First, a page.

Background and objective: Avelumab is approved for the treatment of metastatic Merkel cell carcinoma, a rare aggressive skin cancer with a poor prognosis. The aim of this qualitative study embedded in a clinical trial was to explore patient experiences while receiving avelumab.
Methods: All treatment-naïve patients with metastatic Merkel cell carcinoma entering part B of the phase II, open-label, international, JAVELIN Merkel 200 trial (NCT02155647) were invited to participate in optional semi-structured phone interviews before avelumab administration (baseline) and at weeks 13 and 25. Interviews were conducted by trained professionals, audio-recorded, transcribed and analysed. Key concepts identified at baseline were assessed during follow-up interviews.
Results: Twenty-nine patients completed the baseline interview; 19 had at least one follow-up interview. Baseline interviews described the patients' challenging journeys before being correctly diagnosed with Merkel cell carcinoma, the negative psychological burden of living with a symptomless disease and the hope for avelumab to be a successful therapy. During the trial, most patients reported an increased or continued sense of hope and willingness to fight metastatic Merkel cell carcinoma. Patients who self-reported disease improvement (n = 12) also reported stability or improvement in physical well-being and ability to do daily activities, having more energy, worrying less and being optimistic. Six patients who reported their condition as stable (n = 4) or worsened (n = 3) reported a worsening of physical well-being. Nine patients reported fatigue/tiredness on the day of and after receiving avelumab. Baseline and longitudinal experiences were similar across countries.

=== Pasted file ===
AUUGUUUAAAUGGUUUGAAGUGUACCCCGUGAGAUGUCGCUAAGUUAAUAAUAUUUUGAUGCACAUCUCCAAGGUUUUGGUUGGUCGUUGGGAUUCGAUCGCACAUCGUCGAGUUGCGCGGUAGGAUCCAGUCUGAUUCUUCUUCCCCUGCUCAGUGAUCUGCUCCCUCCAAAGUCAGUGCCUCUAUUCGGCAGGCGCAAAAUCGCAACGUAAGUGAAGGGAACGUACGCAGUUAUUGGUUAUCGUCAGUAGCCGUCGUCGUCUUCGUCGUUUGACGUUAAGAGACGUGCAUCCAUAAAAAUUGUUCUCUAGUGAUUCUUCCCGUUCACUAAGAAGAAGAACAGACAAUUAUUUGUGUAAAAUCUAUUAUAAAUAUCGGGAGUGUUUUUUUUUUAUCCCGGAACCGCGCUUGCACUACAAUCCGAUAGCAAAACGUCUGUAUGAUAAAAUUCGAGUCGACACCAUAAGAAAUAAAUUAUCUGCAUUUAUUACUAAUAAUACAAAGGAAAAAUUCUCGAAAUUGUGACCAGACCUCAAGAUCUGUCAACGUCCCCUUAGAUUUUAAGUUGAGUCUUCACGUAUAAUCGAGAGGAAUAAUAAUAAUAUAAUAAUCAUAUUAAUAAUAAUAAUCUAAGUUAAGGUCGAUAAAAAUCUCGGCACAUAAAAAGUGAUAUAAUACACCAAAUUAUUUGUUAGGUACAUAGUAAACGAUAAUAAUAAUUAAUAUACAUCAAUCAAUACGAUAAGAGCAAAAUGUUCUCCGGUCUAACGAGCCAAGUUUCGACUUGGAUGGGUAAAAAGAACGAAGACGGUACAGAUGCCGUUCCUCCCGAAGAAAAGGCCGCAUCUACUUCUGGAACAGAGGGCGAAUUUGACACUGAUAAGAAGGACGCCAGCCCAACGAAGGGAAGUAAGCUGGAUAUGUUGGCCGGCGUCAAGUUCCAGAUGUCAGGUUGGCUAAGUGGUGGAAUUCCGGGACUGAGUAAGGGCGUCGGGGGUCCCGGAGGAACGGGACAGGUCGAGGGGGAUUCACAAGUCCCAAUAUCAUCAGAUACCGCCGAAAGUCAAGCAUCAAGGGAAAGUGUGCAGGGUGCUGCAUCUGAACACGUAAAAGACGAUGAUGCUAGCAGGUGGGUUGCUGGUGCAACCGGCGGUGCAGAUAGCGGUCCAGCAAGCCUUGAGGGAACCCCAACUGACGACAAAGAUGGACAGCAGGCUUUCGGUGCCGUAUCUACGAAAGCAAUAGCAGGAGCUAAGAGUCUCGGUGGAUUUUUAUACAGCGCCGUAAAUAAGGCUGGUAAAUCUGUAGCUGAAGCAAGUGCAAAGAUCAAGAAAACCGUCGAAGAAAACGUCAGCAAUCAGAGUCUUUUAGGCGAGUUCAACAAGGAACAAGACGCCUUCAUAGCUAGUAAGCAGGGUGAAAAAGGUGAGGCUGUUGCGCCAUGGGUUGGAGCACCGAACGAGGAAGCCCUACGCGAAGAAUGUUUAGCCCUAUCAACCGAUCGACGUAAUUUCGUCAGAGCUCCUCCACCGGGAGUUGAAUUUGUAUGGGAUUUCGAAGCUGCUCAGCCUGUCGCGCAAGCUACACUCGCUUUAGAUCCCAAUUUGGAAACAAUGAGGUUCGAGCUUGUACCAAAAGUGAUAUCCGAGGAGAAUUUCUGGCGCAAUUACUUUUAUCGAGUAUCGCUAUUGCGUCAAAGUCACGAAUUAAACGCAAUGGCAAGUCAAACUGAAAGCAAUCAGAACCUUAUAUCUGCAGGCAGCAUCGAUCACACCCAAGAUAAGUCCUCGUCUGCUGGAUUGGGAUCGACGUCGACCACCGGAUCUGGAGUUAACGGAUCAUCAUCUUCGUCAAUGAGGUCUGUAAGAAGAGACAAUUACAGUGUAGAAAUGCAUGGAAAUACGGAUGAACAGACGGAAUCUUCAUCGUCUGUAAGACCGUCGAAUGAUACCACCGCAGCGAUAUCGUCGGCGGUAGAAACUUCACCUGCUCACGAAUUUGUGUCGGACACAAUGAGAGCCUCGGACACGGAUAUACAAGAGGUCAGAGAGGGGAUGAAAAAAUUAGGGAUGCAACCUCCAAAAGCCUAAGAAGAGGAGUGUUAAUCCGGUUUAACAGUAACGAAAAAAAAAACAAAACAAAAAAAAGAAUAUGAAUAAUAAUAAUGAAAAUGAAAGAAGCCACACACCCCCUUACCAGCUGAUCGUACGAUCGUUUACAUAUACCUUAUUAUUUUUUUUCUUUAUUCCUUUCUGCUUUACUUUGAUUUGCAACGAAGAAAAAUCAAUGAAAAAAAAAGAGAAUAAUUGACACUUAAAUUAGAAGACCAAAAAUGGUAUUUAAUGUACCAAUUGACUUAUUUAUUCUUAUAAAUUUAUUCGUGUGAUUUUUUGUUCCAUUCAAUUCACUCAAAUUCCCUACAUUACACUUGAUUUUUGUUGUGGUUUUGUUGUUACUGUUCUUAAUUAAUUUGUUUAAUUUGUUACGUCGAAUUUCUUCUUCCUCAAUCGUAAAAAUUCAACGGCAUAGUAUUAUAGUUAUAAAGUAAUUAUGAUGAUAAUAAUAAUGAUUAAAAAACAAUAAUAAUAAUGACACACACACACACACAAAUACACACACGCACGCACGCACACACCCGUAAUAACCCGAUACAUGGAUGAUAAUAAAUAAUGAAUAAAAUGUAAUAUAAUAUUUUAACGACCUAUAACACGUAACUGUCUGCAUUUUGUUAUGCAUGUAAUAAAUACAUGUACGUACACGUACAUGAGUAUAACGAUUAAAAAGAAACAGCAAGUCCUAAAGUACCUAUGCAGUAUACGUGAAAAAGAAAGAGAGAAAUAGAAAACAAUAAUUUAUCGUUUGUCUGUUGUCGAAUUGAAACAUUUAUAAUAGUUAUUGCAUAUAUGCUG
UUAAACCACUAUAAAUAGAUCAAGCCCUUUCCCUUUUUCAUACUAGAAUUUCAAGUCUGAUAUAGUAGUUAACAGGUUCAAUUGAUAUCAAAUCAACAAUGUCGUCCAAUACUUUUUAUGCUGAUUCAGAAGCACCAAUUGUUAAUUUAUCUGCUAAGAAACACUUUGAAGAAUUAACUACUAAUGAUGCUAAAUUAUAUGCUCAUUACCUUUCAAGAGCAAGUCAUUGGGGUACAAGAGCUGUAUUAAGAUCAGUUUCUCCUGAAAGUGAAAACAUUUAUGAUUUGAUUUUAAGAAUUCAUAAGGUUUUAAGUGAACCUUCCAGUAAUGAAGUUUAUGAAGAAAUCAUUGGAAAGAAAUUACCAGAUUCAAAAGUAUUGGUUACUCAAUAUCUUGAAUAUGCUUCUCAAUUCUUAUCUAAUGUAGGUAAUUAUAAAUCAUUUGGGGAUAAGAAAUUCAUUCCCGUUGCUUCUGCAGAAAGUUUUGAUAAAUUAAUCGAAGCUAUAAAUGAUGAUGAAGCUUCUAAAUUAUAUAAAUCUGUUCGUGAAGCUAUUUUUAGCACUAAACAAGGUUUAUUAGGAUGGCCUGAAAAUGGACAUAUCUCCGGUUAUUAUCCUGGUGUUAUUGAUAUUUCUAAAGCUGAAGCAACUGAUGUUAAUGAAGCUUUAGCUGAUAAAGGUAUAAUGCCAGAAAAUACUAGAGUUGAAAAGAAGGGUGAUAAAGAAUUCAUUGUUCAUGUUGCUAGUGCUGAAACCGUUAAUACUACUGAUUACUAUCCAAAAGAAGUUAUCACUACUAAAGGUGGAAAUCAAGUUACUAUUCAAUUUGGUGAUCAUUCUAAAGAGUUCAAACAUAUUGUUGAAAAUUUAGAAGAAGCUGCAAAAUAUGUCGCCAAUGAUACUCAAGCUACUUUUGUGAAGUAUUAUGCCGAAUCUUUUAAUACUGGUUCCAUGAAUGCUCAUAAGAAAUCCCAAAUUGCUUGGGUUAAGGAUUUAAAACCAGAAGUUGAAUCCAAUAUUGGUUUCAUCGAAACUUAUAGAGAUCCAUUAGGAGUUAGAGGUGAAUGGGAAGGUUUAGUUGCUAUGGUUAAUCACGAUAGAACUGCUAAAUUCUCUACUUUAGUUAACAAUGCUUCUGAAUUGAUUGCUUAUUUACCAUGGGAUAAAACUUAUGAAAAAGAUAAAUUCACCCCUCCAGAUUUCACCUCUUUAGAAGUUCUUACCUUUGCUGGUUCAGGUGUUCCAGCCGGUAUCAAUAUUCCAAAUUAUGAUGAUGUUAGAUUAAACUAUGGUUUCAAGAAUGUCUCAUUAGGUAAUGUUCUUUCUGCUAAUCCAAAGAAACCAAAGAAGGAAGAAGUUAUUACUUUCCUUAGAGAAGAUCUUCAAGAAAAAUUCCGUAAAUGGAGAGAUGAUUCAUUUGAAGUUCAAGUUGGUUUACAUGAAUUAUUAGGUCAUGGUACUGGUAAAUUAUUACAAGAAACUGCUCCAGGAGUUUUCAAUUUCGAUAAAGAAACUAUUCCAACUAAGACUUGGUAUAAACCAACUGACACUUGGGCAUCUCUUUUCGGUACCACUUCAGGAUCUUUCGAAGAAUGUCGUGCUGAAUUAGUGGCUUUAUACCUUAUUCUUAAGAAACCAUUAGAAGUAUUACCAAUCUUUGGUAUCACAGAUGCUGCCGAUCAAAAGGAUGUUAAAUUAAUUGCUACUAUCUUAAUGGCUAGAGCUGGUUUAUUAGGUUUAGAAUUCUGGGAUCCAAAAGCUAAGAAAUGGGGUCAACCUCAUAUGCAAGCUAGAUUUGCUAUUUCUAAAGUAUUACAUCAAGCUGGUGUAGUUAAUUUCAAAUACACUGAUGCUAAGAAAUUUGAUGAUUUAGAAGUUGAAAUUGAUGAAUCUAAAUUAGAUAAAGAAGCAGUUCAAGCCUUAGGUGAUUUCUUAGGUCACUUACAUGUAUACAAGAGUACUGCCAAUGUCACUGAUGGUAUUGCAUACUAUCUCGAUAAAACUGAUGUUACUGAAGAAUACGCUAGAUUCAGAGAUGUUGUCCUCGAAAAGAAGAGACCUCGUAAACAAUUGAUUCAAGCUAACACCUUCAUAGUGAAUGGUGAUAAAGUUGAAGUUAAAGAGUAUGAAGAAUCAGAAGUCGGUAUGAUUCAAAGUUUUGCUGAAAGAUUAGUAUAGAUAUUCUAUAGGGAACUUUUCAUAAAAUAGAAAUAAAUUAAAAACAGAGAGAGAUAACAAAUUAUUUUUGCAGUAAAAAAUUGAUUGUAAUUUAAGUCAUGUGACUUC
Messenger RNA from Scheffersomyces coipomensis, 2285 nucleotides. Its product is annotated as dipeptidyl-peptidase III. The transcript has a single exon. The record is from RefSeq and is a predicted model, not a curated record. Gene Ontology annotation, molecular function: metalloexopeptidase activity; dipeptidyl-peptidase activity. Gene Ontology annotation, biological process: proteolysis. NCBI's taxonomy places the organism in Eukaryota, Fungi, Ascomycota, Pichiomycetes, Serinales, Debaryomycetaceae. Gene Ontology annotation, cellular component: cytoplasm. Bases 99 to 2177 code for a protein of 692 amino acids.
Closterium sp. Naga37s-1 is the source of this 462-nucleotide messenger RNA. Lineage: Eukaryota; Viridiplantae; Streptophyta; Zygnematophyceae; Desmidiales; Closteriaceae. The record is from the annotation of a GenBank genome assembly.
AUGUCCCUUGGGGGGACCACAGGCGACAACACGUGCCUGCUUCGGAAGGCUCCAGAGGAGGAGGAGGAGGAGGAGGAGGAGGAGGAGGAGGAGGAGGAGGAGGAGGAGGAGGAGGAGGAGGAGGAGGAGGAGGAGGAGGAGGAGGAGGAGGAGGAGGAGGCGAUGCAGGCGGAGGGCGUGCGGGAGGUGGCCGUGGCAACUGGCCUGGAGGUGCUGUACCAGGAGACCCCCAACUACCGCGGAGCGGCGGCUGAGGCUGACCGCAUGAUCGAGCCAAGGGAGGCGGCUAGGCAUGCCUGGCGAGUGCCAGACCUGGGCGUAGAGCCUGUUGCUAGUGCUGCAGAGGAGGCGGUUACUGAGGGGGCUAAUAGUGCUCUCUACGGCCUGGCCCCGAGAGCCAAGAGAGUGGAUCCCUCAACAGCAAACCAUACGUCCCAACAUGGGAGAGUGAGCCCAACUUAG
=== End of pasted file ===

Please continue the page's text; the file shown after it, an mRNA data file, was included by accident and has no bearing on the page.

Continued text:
Conclusions: This study suggests that patients experience perceptible benefits in physical and psychological well-being following treatment success with first-line avelumab in metastatic Merkel cell carcinoma.